Diphosphate or dipolyphosphate
3D model (JSmol)
|E number||E450 (thickeners, ...)|
|Conjugate acid||Pyrophosphoric acid|
Except where otherwise noted, data are given for materials in their standard state (at 25 °C [77 °F], 100 kPa).
|what is ‹See TfM› ?)(|
In chemistry, a pyrophosphate is a phosphorus oxyanion. Compounds such as salts and esters are also called pyrophosphates. The group is also called diphosphate or dipolyphosphate, although this should not be confused with phosphates. As a food additive, diphosphates are known as E450. A number of hydrogen pyrophosphates also exist, such as Na2H2P2O7, as well as the normal pyrophosphates.
Pyrophosphates were originally prepared by heating phosphates (pyro from the Greek, meaning "fire"). They generally exhibit the highest solubilities among the phosphates; moreover, they are good complexing agents for metal ions (such as calcium and many transition metals) and have many uses in industrial chemistry. Pyrophosphate is the first member of an entire series of polyphosphates.
The term pyrophosphate is also the name of esters formed by the condensation of a phosphorylated biological compound with inorganic phosphate, as for dimethylallyl pyrophosphate. This bond is also referred to as a high-energy phosphate bond.
- ATP → AMP + PPi
For example, when a nucleotide is incorporated into a growing DNA or RNA strand by a polymerase, pyrophosphate (PPi) is released. Pyrophosphorolysis is the reverse of the polymerization reaction in which pyrophosphate reacts with the 3′-nucleosidemonophosphate (NMP or dNMP), which is removed from the oligonucleotide to release the corresponding triphosphate (dNTP from DNA, or NTP from RNA).
7 + H2O → 2 HPO2−
or in biologists' shorthand notation:
- PPi + H2O → 2 Pi + 2 H+
In the absence of enzymic catalysis, hydrolysis reactions of simple polyphosphates such as pyrophosphate, linear triphosphate, ADP, and ATP normally proceed extremely slowly in all but highly acidic media.
(The reverse of this reaction is a method of preparing pyrophosphates by heating phosphates.)
This hydrolysis to inorganic phosphate effectively renders the cleavage of ATP to AMP and PPi irreversible, and biochemical reactions coupled to this hydrolysis are irreversible as well.
PPi occurs in synovial fluid, blood plasma, and urine at levels sufficient to block calcification and may be a natural inhibitor of hydroxyapatite formation in extracellular fluid (ECF). Cells may channel intracellular PPi into ECF. ANK is a nonenzymatic plasma-membrane PPi channel that supports extracellular PPi levels. Defective function of the membrane PPi channel ANK is associated with low extracellular PPi and elevated intracellular PPi. Ectonucleotide pyrophosphatase/phosphodiesterase (ENPP) may function to raise extracellular PPi.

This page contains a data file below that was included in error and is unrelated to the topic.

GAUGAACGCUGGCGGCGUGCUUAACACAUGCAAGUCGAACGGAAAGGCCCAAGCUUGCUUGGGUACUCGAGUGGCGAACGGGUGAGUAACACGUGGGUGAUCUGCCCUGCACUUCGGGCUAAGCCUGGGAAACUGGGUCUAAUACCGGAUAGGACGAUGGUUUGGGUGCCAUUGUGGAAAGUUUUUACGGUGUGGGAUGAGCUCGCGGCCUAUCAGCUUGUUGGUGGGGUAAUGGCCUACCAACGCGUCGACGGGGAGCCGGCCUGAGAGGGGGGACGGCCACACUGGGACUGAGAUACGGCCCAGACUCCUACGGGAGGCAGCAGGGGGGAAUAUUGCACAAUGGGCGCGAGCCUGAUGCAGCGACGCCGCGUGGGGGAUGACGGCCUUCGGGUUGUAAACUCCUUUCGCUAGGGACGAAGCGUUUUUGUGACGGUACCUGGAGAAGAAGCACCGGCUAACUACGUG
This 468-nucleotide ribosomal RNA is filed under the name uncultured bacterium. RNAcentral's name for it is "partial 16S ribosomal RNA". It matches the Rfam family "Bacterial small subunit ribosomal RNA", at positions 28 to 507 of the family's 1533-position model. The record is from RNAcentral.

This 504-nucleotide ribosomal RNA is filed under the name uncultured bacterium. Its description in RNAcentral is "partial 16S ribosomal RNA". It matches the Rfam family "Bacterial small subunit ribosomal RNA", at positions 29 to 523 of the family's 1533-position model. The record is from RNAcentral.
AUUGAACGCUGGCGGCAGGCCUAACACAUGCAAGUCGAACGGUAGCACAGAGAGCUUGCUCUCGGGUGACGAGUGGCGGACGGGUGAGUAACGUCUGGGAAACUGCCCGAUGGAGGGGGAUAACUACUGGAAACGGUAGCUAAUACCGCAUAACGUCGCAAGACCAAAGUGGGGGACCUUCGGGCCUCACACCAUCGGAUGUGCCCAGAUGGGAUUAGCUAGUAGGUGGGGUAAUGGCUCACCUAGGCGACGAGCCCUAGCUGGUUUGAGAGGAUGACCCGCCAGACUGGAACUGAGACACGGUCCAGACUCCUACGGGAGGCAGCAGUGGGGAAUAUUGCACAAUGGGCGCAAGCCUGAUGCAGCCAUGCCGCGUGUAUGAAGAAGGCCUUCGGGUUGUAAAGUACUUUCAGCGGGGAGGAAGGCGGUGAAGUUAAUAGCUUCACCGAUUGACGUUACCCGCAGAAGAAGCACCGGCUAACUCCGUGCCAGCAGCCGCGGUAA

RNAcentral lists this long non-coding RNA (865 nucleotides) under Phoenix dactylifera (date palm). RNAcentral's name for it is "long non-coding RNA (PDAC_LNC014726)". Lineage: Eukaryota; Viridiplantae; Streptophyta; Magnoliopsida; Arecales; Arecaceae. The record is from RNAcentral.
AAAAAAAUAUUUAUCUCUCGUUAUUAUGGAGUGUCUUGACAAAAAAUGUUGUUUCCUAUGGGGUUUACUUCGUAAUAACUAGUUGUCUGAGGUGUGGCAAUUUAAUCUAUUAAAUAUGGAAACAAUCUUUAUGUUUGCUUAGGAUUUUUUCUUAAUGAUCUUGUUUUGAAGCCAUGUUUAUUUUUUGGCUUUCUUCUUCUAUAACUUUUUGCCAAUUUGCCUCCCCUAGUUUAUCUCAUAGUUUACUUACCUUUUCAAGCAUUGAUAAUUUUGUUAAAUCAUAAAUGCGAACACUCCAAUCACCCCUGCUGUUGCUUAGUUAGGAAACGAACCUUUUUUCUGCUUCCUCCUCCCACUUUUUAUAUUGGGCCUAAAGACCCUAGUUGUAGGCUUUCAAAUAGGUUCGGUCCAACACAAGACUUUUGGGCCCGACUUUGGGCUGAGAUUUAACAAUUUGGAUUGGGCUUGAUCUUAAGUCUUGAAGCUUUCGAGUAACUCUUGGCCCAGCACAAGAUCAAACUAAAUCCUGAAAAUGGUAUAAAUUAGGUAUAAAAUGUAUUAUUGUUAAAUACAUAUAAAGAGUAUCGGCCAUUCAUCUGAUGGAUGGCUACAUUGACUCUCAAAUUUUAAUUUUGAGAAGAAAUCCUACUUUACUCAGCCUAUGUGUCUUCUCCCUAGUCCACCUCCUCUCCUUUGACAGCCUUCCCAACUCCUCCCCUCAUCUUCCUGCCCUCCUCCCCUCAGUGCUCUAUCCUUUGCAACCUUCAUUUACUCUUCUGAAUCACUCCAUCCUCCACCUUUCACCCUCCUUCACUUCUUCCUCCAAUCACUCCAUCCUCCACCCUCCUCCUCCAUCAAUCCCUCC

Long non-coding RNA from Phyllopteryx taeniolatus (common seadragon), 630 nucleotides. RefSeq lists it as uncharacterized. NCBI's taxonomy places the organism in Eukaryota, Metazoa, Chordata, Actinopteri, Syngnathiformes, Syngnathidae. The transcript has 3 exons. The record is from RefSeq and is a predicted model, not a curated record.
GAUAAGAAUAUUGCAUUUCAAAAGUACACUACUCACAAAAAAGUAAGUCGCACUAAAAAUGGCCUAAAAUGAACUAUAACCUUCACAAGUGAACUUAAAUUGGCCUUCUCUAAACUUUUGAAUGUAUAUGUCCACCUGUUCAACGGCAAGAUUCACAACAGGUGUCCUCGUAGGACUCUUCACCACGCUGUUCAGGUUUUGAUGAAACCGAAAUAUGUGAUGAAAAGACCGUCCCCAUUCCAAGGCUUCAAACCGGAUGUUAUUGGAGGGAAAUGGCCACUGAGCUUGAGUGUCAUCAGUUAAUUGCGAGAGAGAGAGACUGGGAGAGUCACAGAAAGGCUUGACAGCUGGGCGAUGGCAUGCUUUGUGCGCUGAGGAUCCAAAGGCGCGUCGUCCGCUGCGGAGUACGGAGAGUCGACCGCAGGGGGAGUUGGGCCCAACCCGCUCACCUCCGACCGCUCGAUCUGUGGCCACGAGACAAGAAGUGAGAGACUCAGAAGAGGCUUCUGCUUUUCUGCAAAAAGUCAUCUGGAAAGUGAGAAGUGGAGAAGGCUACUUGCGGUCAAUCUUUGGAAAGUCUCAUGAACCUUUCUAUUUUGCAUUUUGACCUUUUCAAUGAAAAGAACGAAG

From the standpoint of high energy phosphate accounting, the hydrolysis of ATP to AMP and PPi requires two high-energy phosphates, as to reconstitute AMP into ATP requires two phosphorylation reactions.
- AMP + ATP → 2 ADP
- 2 ADP + 2 Pi → 2 ATP
As a food additive
Various diphosphates are used as emulsifiers, stabilisers, acidity regulators, raising agents, sequestrants, and water retention agents in food processing. They are classified in the E number scheme under E450:
- E450(a): disodium dihydrogen diphosphate; trisodium diphosphate; tetrasodium diphosphate (TSPP); tetrapotassium diphosphate
- E450(b): pentasodium and pentapotassium triphosphate
- E450(c): sodium and potassium polyphosphates
- Adenosine monophosphate
- Adenosine diphosphate
- Adenosine triphosphate
- ATP hydrolysis
- ATP synthase
- Calcium pyrophosphate
- Calcium pyrophosphate dihydrate deposition disease
- High energy phosphate
- Inorganic pyrophosphatase
- Nucleoside triphosphate
- Oxidative phosphorylation
- Phosphoric acid
- Phosphoric acids and phosphates
- Sodium pyrophosphate
- Thiamine pyrophosphate
- Zinc pyrophosphate
- C.Michael Hogan. 2011. Phosphate. Encyclopedia of Earth. Topic ed. Andy Jorgensen. Ed.-in-Chief C.J.Cleveland. National Council for Science and the Environment. Washington DC
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- Eberhard Breitmaier (2006). "Hemi‐ and Monoterpenes". Terpenes: Flavors, Fragrances, Pharmaca, Pheromones. doi:10.1002/9783527609949.ch2.
- Codex Alimentarius 1A, 2nd ed, 1995, pp. 71, 82, 91
- D. J. Jukes, Food Legislation of the UK: A Concise Guide, Elsevier, 2013, p. 60–61
- Ricardo A. Molins, Phosphates in Food, p. 115
- Schröder HC, Kurz L, Muller WE, Lorenz B (Mar 2000). "Polyphosphate in bone" (PDF). Biochemistry (Moscow). 65 (3): 296–303. Archived from the original (PDF) on 2011-08-25.
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